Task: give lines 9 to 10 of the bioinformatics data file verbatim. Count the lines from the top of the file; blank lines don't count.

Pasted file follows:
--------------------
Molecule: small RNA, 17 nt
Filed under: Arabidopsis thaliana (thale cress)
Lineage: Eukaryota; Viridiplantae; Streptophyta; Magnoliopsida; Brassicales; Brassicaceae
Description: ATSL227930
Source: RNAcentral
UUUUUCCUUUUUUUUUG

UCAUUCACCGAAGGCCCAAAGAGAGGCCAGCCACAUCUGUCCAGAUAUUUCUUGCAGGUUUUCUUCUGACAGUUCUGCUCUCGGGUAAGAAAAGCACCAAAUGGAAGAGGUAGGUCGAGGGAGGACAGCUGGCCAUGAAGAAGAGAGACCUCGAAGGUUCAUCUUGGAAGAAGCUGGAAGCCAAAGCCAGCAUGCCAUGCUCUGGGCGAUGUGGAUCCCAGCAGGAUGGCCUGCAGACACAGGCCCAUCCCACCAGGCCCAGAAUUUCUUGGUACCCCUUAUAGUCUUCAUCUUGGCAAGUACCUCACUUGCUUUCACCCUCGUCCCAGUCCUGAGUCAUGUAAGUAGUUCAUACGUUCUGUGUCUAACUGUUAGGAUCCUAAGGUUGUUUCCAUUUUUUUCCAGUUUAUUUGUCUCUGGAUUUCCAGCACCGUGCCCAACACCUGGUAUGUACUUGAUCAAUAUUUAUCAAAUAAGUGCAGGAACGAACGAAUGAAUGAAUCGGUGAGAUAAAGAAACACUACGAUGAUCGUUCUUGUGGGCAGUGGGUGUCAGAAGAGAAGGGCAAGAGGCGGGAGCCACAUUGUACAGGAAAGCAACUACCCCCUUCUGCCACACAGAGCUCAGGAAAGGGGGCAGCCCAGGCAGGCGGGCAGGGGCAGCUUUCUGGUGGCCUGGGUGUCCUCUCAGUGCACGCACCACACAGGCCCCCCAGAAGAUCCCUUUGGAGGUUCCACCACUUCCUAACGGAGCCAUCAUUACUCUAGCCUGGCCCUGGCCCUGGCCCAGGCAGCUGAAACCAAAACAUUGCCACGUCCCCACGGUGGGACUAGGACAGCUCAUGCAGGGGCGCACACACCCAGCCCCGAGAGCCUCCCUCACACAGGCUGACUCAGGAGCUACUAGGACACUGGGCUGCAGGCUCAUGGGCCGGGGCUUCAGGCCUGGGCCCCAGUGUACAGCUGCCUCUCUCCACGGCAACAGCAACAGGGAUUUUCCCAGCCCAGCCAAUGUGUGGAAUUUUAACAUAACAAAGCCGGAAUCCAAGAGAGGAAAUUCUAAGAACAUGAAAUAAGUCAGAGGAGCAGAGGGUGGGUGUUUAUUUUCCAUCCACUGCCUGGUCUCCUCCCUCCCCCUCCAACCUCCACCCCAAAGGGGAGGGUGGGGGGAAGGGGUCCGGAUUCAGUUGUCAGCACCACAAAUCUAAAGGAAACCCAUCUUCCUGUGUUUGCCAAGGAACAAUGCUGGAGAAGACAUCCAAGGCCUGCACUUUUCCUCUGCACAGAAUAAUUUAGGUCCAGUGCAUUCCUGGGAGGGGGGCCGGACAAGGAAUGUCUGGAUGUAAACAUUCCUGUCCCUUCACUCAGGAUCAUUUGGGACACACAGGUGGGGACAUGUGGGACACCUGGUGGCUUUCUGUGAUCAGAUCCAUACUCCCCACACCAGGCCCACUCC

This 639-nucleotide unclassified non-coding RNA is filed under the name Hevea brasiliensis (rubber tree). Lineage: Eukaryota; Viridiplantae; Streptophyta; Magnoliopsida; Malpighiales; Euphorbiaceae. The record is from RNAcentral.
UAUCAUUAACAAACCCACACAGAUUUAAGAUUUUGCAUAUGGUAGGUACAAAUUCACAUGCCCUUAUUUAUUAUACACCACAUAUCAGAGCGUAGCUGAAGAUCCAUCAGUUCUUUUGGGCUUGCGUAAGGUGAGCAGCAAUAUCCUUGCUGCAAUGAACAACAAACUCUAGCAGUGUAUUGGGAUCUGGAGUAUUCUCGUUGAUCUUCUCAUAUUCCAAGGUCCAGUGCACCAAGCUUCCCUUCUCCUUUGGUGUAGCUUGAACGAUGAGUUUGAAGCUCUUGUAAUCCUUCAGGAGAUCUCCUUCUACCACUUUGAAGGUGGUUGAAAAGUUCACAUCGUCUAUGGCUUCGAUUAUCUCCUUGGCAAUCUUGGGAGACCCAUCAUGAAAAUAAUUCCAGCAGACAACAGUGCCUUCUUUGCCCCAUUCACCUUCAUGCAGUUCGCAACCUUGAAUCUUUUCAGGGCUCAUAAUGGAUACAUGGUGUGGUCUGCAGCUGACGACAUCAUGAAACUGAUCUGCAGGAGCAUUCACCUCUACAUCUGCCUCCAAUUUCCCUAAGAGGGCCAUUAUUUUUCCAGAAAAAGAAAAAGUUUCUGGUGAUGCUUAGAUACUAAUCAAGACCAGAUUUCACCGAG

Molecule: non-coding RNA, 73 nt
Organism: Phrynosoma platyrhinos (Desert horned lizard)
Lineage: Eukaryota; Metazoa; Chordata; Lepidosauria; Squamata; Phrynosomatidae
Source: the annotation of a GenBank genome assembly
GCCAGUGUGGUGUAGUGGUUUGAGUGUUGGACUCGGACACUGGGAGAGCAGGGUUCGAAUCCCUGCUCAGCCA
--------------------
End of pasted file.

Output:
UAUCAUUAACAAACCCACACAGAUUUAAGAUUUUGCAUAUGGUAGGUACAAAUUCACAUGCCCUUAUUUAUUAUACACCACAUAUCAGAGCGUAGCUGAAGAUCCAUCAGUUCUUUUGGGCUUGCGUAAGGUGAGCAGCAAUAUCCUUGCUGCAAUGAACAACAAACUCUAGCAGUGUAUUGGGAUCUGGAGUAUUCUCGUUGAUCUUCUCAUAUUCCAAGGUCCAGUGCACCAAGCUUCCCUUCUCCUUUGGUGUAGCUUGAACGAUGAGUUUGAAGCUCUUGUAAUCCUUCAGGAGAUCUCCUUCUACCACUUUGAAGGUGGUUGAAAAGUUCACAUCGUCUAUGGCUUCGAUUAUCUCCUUGGCAAUCUUGGGAGACCCAUCAUGAAAAUAAUUCCAGCAGACAACAGUGCCUUCUUUGCCCCAUUCACCUUCAUGCAGUUCGCAACCUUGAAUCUUUUCAGGGCUCAUAAUGGAUACAUGGUGUGGUCUGCAGCUGACGACAUCAUGAAACUGAUCUGCAGGAGCAUUCACCUCUACAUCUGCCUCCAAUUUCCCUAAGAGGGCCAUUAUUUUUCCAGAAAAAGAAAAAGUUUCUGGUGAUGCUUAGAUACUAAUCAAGACCAGAUUUCACCGAG

Molecule: non-coding RNA, 73 nt